“The Sacramento Valley is primed for reconciliation ecology. Consider how both waterbirds and salmon were pushed out of their habitat in favor of farming—and how both are now being brought back in.”
This was the central theme of a recent article in Comstock Magazine, “More Bang for your Duck”, which describes in detail the various efforts underway in the Sacramento Valley to improve fish, birds and other wildlife in concert with farming and our flood protection system.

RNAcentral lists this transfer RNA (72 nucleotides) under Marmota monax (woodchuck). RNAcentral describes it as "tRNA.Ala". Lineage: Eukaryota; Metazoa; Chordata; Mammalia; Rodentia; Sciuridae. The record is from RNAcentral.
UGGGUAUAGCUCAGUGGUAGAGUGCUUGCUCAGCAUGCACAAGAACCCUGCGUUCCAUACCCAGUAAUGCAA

The map below shows the areal extent of the Pacific Flyway, which generally mimics the traditional floodplain in the Sacramento Valley. This includes both the ricelands (green) and wildlife refuges (red, blue and orange) that serve as the important food source for migrating birds along the Pacific Flyway, as well as increasingly serving as the “bug buffet” for fish and other wildlife throughout the Sacramento Valley. The key to this food production for fish and wildlife is spreading water out over the region and slowing it down to mimic the natural processes in a modern landscape, thus allowing the magic connection between water and land in the Valley. There is a concerted effort among water managers and conservation leaders to expand these programs and develop modern flows for these important purposes that offer mutual solutions.